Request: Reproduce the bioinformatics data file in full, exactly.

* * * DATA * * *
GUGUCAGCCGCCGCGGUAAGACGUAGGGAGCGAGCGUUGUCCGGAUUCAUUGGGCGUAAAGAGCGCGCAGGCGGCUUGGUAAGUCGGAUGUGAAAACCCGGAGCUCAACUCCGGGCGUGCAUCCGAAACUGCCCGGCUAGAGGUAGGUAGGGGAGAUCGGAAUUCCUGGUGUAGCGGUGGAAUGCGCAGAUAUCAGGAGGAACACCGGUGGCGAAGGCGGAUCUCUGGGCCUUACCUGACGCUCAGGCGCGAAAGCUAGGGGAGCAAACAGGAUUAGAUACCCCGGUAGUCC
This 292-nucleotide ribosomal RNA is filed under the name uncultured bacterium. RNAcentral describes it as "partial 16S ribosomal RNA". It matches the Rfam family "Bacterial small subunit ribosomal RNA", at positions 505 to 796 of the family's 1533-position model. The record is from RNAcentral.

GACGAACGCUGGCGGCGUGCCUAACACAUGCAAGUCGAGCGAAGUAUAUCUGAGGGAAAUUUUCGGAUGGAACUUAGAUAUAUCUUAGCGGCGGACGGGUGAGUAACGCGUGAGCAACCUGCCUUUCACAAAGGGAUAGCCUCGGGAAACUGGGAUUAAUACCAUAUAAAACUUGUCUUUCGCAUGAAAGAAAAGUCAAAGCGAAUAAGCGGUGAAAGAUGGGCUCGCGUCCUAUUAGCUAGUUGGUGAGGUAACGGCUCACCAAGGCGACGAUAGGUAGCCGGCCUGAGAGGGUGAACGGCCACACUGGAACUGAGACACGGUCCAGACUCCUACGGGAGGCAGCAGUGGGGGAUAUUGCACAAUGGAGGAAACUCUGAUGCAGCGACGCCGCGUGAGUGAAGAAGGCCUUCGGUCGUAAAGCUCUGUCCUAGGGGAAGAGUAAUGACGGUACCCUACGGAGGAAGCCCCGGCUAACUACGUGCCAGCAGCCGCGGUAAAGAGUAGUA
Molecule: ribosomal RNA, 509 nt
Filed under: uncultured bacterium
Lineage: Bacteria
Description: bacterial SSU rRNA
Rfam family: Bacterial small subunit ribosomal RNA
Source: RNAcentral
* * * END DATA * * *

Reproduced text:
GUGUCAGCCGCCGCGGUAAGACGUAGGGAGCGAGCGUUGUCCGGAUUCAUUGGGCGUAAAGAGCGCGCAGGCGGCUUGGUAAGUCGGAUGUGAAAACCCGGAGCUCAACUCCGGGCGUGCAUCCGAAACUGCCCGGCUAGAGGUAGGUAGGGGAGAUCGGAAUUCCUGGUGUAGCGGUGGAAUGCGCAGAUAUCAGGAGGAACACCGGUGGCGAAGGCGGAUCUCUGGGCCUUACCUGACGCUCAGGCGCGAAAGCUAGGGGAGCAAACAGGAUUAGAUACCCCGGUAGUCC
This 292-nucleotide ribosomal RNA is filed under the name uncultured bacterium. RNAcentral describes it as "partial 16S ribosomal RNA". It matches the Rfam family "Bacterial small subunit ribosomal RNA", at positions 505 to 796 of the family's 1533-position model. The record is from RNAcentral.

GACGAACGCUGGCGGCGUGCCUAACACAUGCAAGUCGAGCGAAGUAUAUCUGAGGGAAAUUUUCGGAUGGAACUUAGAUAUAUCUUAGCGGCGGACGGGUGAGUAACGCGUGAGCAACCUGCCUUUCACAAAGGGAUAGCCUCGGGAAACUGGGAUUAAUACCAUAUAAAACUUGUCUUUCGCAUGAAAGAAAAGUCAAAGCGAAUAAGCGGUGAAAGAUGGGCUCGCGUCCUAUUAGCUAGUUGGUGAGGUAACGGCUCACCAAGGCGACGAUAGGUAGCCGGCCUGAGAGGGUGAACGGCCACACUGGAACUGAGACACGGUCCAGACUCCUACGGGAGGCAGCAGUGGGGGAUAUUGCACAAUGGAGGAAACUCUGAUGCAGCGACGCCGCGUGAGUGAAGAAGGCCUUCGGUCGUAAAGCUCUGUCCUAGGGGAAGAGUAAUGACGGUACCCUACGGAGGAAGCCCCGGCUAACUACGUGCCAGCAGCCGCGGUAAAGAGUAGUA
Molecule: ribosomal RNA, 509 nt
Filed under: uncultured bacterium
Lineage: Bacteria
Description: bacterial SSU rRNA
Rfam family: Bacterial small subunit ribosomal RNA
Source: RNAcentral